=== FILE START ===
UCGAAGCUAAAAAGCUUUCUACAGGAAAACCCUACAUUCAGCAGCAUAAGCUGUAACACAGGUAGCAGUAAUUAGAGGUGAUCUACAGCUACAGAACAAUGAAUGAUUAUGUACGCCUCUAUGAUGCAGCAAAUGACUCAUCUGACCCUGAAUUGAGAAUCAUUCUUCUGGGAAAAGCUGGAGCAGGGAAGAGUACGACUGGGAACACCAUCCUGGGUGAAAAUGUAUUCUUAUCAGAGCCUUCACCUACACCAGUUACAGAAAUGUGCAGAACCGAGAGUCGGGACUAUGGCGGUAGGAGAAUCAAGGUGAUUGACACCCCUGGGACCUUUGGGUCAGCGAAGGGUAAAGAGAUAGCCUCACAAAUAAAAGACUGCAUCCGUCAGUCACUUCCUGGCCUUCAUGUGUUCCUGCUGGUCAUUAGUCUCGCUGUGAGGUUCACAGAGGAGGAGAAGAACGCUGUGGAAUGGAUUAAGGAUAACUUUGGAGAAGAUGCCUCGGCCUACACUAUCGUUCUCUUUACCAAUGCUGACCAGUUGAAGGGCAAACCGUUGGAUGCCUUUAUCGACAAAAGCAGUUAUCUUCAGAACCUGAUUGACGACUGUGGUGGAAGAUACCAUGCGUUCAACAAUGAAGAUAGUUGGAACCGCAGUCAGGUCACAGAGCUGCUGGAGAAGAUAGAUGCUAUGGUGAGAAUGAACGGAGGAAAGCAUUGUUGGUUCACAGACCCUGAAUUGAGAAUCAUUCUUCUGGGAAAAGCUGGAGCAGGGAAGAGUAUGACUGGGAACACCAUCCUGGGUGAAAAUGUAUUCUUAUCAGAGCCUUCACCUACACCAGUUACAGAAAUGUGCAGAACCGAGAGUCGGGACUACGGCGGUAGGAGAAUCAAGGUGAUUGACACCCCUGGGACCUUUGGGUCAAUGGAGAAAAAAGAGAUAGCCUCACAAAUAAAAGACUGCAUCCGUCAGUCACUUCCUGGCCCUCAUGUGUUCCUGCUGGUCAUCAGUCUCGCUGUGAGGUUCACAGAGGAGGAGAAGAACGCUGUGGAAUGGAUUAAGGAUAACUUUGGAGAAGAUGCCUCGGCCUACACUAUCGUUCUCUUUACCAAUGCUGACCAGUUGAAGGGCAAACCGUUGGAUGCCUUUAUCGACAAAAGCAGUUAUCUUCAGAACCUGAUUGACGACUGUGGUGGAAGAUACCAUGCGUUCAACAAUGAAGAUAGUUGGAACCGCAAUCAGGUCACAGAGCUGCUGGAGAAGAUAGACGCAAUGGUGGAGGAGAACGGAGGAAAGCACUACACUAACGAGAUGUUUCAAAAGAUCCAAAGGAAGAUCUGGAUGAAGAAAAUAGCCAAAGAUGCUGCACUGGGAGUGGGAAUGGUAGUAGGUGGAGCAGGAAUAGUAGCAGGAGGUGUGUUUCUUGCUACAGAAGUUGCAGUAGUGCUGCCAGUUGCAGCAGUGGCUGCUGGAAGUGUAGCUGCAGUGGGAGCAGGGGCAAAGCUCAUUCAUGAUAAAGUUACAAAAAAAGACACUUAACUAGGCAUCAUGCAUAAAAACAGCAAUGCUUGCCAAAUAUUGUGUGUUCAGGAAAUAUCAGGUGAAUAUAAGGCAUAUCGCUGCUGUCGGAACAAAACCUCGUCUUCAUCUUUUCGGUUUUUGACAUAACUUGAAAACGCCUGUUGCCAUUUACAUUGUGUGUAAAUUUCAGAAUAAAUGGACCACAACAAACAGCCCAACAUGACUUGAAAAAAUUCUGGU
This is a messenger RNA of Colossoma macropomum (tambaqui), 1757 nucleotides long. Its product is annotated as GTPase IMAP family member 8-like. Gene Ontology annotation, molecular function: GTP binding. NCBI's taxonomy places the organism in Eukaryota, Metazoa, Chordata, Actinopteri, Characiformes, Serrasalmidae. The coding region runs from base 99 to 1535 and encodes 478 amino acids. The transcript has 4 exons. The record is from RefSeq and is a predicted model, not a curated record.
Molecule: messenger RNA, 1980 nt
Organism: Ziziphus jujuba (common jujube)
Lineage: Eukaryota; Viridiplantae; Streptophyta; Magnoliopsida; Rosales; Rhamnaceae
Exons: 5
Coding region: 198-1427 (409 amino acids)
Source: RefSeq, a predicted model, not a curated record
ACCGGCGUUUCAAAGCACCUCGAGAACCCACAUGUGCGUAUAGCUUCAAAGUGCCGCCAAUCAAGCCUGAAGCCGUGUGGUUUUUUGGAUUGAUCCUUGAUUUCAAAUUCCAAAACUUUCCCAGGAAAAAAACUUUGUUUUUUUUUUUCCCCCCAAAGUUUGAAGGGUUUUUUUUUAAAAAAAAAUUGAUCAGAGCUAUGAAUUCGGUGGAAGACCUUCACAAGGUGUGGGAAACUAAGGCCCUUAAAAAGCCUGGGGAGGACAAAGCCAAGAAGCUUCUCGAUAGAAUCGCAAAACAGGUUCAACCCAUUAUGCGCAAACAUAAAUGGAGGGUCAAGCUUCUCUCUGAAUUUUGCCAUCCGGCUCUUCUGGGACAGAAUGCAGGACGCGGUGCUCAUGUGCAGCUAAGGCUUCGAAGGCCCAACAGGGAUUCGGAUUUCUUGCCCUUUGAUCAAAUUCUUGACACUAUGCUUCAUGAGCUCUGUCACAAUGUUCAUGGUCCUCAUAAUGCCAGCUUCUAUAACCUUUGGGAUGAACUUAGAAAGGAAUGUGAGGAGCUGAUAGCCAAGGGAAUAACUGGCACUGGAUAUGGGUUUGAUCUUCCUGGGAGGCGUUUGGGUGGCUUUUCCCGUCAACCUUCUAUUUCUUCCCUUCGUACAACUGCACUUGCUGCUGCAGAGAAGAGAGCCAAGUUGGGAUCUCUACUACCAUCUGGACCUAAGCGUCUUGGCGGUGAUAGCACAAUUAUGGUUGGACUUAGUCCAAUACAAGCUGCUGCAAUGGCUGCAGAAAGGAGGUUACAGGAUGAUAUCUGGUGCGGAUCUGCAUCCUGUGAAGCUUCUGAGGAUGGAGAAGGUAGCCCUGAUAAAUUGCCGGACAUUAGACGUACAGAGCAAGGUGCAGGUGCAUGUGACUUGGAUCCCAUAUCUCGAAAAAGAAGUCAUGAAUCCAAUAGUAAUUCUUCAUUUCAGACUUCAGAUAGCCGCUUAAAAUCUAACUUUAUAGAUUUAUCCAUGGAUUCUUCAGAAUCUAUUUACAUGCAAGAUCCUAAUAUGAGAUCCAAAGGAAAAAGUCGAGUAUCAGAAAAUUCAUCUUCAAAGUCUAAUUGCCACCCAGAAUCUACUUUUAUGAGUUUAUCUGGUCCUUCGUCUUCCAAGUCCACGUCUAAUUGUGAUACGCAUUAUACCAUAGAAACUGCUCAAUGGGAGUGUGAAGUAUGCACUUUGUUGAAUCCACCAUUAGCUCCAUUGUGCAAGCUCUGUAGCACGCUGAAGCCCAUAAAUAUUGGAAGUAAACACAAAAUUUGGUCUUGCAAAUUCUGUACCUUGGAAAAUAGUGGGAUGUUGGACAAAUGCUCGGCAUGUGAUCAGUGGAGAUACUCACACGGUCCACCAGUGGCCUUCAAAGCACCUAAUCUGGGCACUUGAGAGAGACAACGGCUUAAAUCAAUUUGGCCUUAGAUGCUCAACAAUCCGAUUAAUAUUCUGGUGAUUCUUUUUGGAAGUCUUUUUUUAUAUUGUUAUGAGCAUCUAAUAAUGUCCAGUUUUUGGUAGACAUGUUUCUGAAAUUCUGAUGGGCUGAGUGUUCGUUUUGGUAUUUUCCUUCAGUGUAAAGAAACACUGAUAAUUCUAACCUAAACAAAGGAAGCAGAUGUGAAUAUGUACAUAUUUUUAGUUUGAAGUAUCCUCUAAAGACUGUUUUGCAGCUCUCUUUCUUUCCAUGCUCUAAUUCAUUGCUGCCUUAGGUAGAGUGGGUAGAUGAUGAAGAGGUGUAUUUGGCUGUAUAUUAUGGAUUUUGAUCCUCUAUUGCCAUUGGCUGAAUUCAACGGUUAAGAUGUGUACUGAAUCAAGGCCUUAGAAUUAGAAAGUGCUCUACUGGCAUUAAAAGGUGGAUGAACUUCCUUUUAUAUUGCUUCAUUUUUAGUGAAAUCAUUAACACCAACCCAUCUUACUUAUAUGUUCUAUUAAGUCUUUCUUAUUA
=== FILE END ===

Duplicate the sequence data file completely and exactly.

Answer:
UCGAAGCUAAAAAGCUUUCUACAGGAAAACCCUACAUUCAGCAGCAUAAGCUGUAACACAGGUAGCAGUAAUUAGAGGUGAUCUACAGCUACAGAACAAUGAAUGAUUAUGUACGCCUCUAUGAUGCAGCAAAUGACUCAUCUGACCCUGAAUUGAGAAUCAUUCUUCUGGGAAAAGCUGGAGCAGGGAAGAGUACGACUGGGAACACCAUCCUGGGUGAAAAUGUAUUCUUAUCAGAGCCUUCACCUACACCAGUUACAGAAAUGUGCAGAACCGAGAGUCGGGACUAUGGCGGUAGGAGAAUCAAGGUGAUUGACACCCCUGGGACCUUUGGGUCAGCGAAGGGUAAAGAGAUAGCCUCACAAAUAAAAGACUGCAUCCGUCAGUCACUUCCUGGCCUUCAUGUGUUCCUGCUGGUCAUUAGUCUCGCUGUGAGGUUCACAGAGGAGGAGAAGAACGCUGUGGAAUGGAUUAAGGAUAACUUUGGAGAAGAUGCCUCGGCCUACACUAUCGUUCUCUUUACCAAUGCUGACCAGUUGAAGGGCAAACCGUUGGAUGCCUUUAUCGACAAAAGCAGUUAUCUUCAGAACCUGAUUGACGACUGUGGUGGAAGAUACCAUGCGUUCAACAAUGAAGAUAGUUGGAACCGCAGUCAGGUCACAGAGCUGCUGGAGAAGAUAGAUGCUAUGGUGAGAAUGAACGGAGGAAAGCAUUGUUGGUUCACAGACCCUGAAUUGAGAAUCAUUCUUCUGGGAAAAGCUGGAGCAGGGAAGAGUAUGACUGGGAACACCAUCCUGGGUGAAAAUGUAUUCUUAUCAGAGCCUUCACCUACACCAGUUACAGAAAUGUGCAGAACCGAGAGUCGGGACUACGGCGGUAGGAGAAUCAAGGUGAUUGACACCCCUGGGACCUUUGGGUCAAUGGAGAAAAAAGAGAUAGCCUCACAAAUAAAAGACUGCAUCCGUCAGUCACUUCCUGGCCCUCAUGUGUUCCUGCUGGUCAUCAGUCUCGCUGUGAGGUUCACAGAGGAGGAGAAGAACGCUGUGGAAUGGAUUAAGGAUAACUUUGGAGAAGAUGCCUCGGCCUACACUAUCGUUCUCUUUACCAAUGCUGACCAGUUGAAGGGCAAACCGUUGGAUGCCUUUAUCGACAAAAGCAGUUAUCUUCAGAACCUGAUUGACGACUGUGGUGGAAGAUACCAUGCGUUCAACAAUGAAGAUAGUUGGAACCGCAAUCAGGUCACAGAGCUGCUGGAGAAGAUAGACGCAAUGGUGGAGGAGAACGGAGGAAAGCACUACACUAACGAGAUGUUUCAAAAGAUCCAAAGGAAGAUCUGGAUGAAGAAAAUAGCCAAAGAUGCUGCACUGGGAGUGGGAAUGGUAGUAGGUGGAGCAGGAAUAGUAGCAGGAGGUGUGUUUCUUGCUACAGAAGUUGCAGUAGUGCUGCCAGUUGCAGCAGUGGCUGCUGGAAGUGUAGCUGCAGUGGGAGCAGGGGCAAAGCUCAUUCAUGAUAAAGUUACAAAAAAAGACACUUAACUAGGCAUCAUGCAUAAAAACAGCAAUGCUUGCCAAAUAUUGUGUGUUCAGGAAAUAUCAGGUGAAUAUAAGGCAUAUCGCUGCUGUCGGAACAAAACCUCGUCUUCAUCUUUUCGGUUUUUGACAUAACUUGAAAACGCCUGUUGCCAUUUACAUUGUGUGUAAAUUUCAGAAUAAAUGGACCACAACAAACAGCCCAACAUGACUUGAAAAAAUUCUGGU
This is a messenger RNA of Colossoma macropomum (tambaqui), 1757 nucleotides long. Its product is annotated as GTPase IMAP family member 8-like. Gene Ontology annotation, molecular function: GTP binding. NCBI's taxonomy places the organism in Eukaryota, Metazoa, Chordata, Actinopteri, Characiformes, Serrasalmidae. The coding region runs from base 99 to 1535 and encodes 478 amino acids. The transcript has 4 exons. The record is from RefSeq and is a predicted model, not a curated record.
Molecule: messenger RNA, 1980 nt
Organism: Ziziphus jujuba (common jujube)
Lineage: Eukaryota; Viridiplantae; Streptophyta; Magnoliopsida; Rosales; Rhamnaceae
Exons: 5
Coding region: 198-1427 (409 amino acids)
Source: RefSeq, a predicted model, not a curated record
ACCGGCGUUUCAAAGCACCUCGAGAACCCACAUGUGCGUAUAGCUUCAAAGUGCCGCCAAUCAAGCCUGAAGCCGUGUGGUUUUUUGGAUUGAUCCUUGAUUUCAAAUUCCAAAACUUUCCCAGGAAAAAAACUUUGUUUUUUUUUUUCCCCCCAAAGUUUGAAGGGUUUUUUUUUAAAAAAAAAUUGAUCAGAGCUAUGAAUUCGGUGGAAGACCUUCACAAGGUGUGGGAAACUAAGGCCCUUAAAAAGCCUGGGGAGGACAAAGCCAAGAAGCUUCUCGAUAGAAUCGCAAAACAGGUUCAACCCAUUAUGCGCAAACAUAAAUGGAGGGUCAAGCUUCUCUCUGAAUUUUGCCAUCCGGCUCUUCUGGGACAGAAUGCAGGACGCGGUGCUCAUGUGCAGCUAAGGCUUCGAAGGCCCAACAGGGAUUCGGAUUUCUUGCCCUUUGAUCAAAUUCUUGACACUAUGCUUCAUGAGCUCUGUCACAAUGUUCAUGGUCCUCAUAAUGCCAGCUUCUAUAACCUUUGGGAUGAACUUAGAAAGGAAUGUGAGGAGCUGAUAGCCAAGGGAAUAACUGGCACUGGAUAUGGGUUUGAUCUUCCUGGGAGGCGUUUGGGUGGCUUUUCCCGUCAACCUUCUAUUUCUUCCCUUCGUACAACUGCACUUGCUGCUGCAGAGAAGAGAGCCAAGUUGGGAUCUCUACUACCAUCUGGACCUAAGCGUCUUGGCGGUGAUAGCACAAUUAUGGUUGGACUUAGUCCAAUACAAGCUGCUGCAAUGGCUGCAGAAAGGAGGUUACAGGAUGAUAUCUGGUGCGGAUCUGCAUCCUGUGAAGCUUCUGAGGAUGGAGAAGGUAGCCCUGAUAAAUUGCCGGACAUUAGACGUACAGAGCAAGGUGCAGGUGCAUGUGACUUGGAUCCCAUAUCUCGAAAAAGAAGUCAUGAAUCCAAUAGUAAUUCUUCAUUUCAGACUUCAGAUAGCCGCUUAAAAUCUAACUUUAUAGAUUUAUCCAUGGAUUCUUCAGAAUCUAUUUACAUGCAAGAUCCUAAUAUGAGAUCCAAAGGAAAAAGUCGAGUAUCAGAAAAUUCAUCUUCAAAGUCUAAUUGCCACCCAGAAUCUACUUUUAUGAGUUUAUCUGGUCCUUCGUCUUCCAAGUCCACGUCUAAUUGUGAUACGCAUUAUACCAUAGAAACUGCUCAAUGGGAGUGUGAAGUAUGCACUUUGUUGAAUCCACCAUUAGCUCCAUUGUGCAAGCUCUGUAGCACGCUGAAGCCCAUAAAUAUUGGAAGUAAACACAAAAUUUGGUCUUGCAAAUUCUGUACCUUGGAAAAUAGUGGGAUGUUGGACAAAUGCUCGGCAUGUGAUCAGUGGAGAUACUCACACGGUCCACCAGUGGCCUUCAAAGCACCUAAUCUGGGCACUUGAGAGAGACAACGGCUUAAAUCAAUUUGGCCUUAGAUGCUCAACAAUCCGAUUAAUAUUCUGGUGAUUCUUUUUGGAAGUCUUUUUUUAUAUUGUUAUGAGCAUCUAAUAAUGUCCAGUUUUUGGUAGACAUGUUUCUGAAAUUCUGAUGGGCUGAGUGUUCGUUUUGGUAUUUUCCUUCAGUGUAAAGAAACACUGAUAAUUCUAACCUAAACAAAGGAAGCAGAUGUGAAUAUGUACAUAUUUUUAGUUUGAAGUAUCCUCUAAAGACUGUUUUGCAGCUCUCUUUCUUUCCAUGCUCUAAUUCAUUGCUGCCUUAGGUAGAGUGGGUAGAUGAUGAAGAGGUGUAUUUGGCUGUAUAUUAUGGAUUUUGAUCCUCUAUUGCCAUUGGCUGAAUUCAACGGUUAAGAUGUGUACUGAAUCAAGGCCUUAGAAUUAGAAAGUGCUCUACUGGCAUUAAAAGGUGGAUGAACUUCCUUUUAUAUUGCUUCAUUUUUAGUGAAAUCAUUAACACCAACCCAUCUUACUUAUAUGUUCUAUUAAGUCUUUCUUAUUA